1. They paint the proponents of freedom with a very ugly brush. Said proponents are accused of advocating anything from the mildest of offenses to the most despicable of behaviors. Only social pressure or lack of the proper incentive, trigger or set of circumstances has kept them from acting out on their most base urges themselves. Fortunately, our control advocates are there to oppose them and provide a solution.

But wait, there's more. See, this fear of freedom looks, on the surface, as if it's concerned with what will happen if a large number of people who lack restraint are suddenly empowered by freedom. That's not the way it really is. It has far more to do with the one advocating more control over others than it does anyone else. He or she is afraid. Afraid of a perceived threat? Often so, but also afraid of his or her own urges and issues. It's not simply about what others will do. It's what I (the control advocate) might do if allowed to be too free. And so, three things are done:

  1. The relatively small number of incidents is ignored or called irrelevant. The “controller's” neighborhood/social class/professional association/doctrinal group is declared free of the objectionable behavior(s). Objective reality is denied.

  1. The fears and insecurities of the control advocate are projected onto others.

  1. The person in favor of more control over others and more restrictions on freedom rushes to take up the cause as a way of countering his or her own issues.

There we have 3 classic, and common, defense mechanisms. Denial, projection and reaction formation. All as a way of dealing with their own fears, anger, rage and urges. Defense mechanisms are designed to protect us from psychological or emotional harm. We all use different ones at different times to protect us from both external and internal things. That's normal. External things might be something like the death of a loved one. Internal factors are often those things about myself that I find unacceptable, but that I'm not willing to consciously face and admit to.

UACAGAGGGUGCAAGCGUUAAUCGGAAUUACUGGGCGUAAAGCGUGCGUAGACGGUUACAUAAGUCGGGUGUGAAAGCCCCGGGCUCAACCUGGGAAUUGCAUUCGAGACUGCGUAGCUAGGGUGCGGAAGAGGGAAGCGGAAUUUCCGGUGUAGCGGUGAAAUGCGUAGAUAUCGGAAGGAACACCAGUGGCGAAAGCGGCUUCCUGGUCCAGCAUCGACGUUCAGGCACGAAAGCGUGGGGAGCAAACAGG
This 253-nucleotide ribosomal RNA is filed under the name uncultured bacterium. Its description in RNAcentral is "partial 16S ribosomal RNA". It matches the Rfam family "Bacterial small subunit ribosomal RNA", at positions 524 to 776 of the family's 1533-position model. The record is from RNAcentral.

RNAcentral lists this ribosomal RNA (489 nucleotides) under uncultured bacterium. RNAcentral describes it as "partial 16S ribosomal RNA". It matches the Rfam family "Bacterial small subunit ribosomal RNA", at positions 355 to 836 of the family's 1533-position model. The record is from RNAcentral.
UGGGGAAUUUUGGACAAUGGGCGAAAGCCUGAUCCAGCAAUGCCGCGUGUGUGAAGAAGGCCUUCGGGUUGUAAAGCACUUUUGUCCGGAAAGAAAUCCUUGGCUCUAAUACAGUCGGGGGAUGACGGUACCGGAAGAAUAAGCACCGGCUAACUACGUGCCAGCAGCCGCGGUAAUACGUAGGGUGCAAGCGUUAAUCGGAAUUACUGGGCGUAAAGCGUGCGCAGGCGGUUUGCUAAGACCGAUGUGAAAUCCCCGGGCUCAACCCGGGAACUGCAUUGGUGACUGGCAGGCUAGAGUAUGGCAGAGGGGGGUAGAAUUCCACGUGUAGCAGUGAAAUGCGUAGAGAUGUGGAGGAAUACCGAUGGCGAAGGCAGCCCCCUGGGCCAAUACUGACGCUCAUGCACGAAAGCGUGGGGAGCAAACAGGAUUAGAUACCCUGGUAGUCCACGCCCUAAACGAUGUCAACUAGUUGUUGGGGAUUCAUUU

The control advocate who fears freedom doesn't simply fear what will happen if you or I exercise our freedom. He fears what he might do if allowed to exercise his freedom. He fears his own issues, his own anger, his own rage and his own urges. And so, he denies his fear, he projects his issues onto others and he endorses something that opposes in some way the things he fears in himself.

Wednesday, March 6, 2013

Important decisions

The ancient Greek city-states had the Battle of Thermopylae and the Battle of Marathon, Rome had Horatius on the Bridge.  In spite of some debate among historians, all justifiably stand as testaments to what a relatively small but determined group (or an individual) can do when facing seemingly overwhelming odds. Everyone with an interest in character should read about them. My adopted "home state" has its own equally compelling story (more on that, later).

There is a lesson to be learned from these events. Contrary to what some suggest, the primary lesson goes far beyond military operations and armed encounters. The lesson is independent of the times, places and cultures in which the participants lived. The lesson is about duty, character and honor. There are times when those who declare themselves to be honorable men and women must make a decision. That such a decision will, for most of us, thankfully seldom involve arms or violence makes it no less important. Will we oppose the thing that proposes to take from us that which we claim to value most (e.g. home, family, liberty, security, life, faith, dignity, honor) or will we decline to do what must be done? Will we decide to disgrace ourselves and all we claim to hold dear, or will we stand in the gap? Will we do what is right, or what is convenient? Are we willing to face the fact that we might not win and do what we must anyway, or will we use the possibility of loss as an excuse for cowardice?

If you decline or refuse to resist tyranny, speak out against injustice or protect your home and family, how will you call yourself a man or woman? If you suggest to others that they, too, embrace cowardice how will you look yourself in the mirror or your family members in their eyes?

Listen to the words of Samuel Adams and try, really hard, to look beyond the current debate over gun rights.  Look instead for an attitude toward what is right and just.

  • "If ye love wealth better than liberty, the tranquility of servitude better than the animating contest of freedom, go home from us in peace. We ask not your counsel or arms. Crouch down and lick the hands which feed you. May your chains set lightly upon you, and may posterity forget that you were our countrymen."

As for my adopted "home state"...

177 years ago, today, a group of 189 Texans fought a desperate battle against a force of 1800 Mexican soldiers led by General Santa Anna. In the end, the defenders were all killed. And they took fully 1/3 of the attackers with them. Six weeks later, Mexican forces were curb stomped at the Battle of San Jacinto and General Santa Anna was captured. Remember the Alamo.

Friday, March 1, 2013

Huh...go figure

I've learned something truly amazing! If you choose to post a note letting everyone know of a change in the moderation of comments, you have to actually change that in settings. Oddly enough, the blog settings don't immediately change themselves in response to my thoughts or my writing. Weird...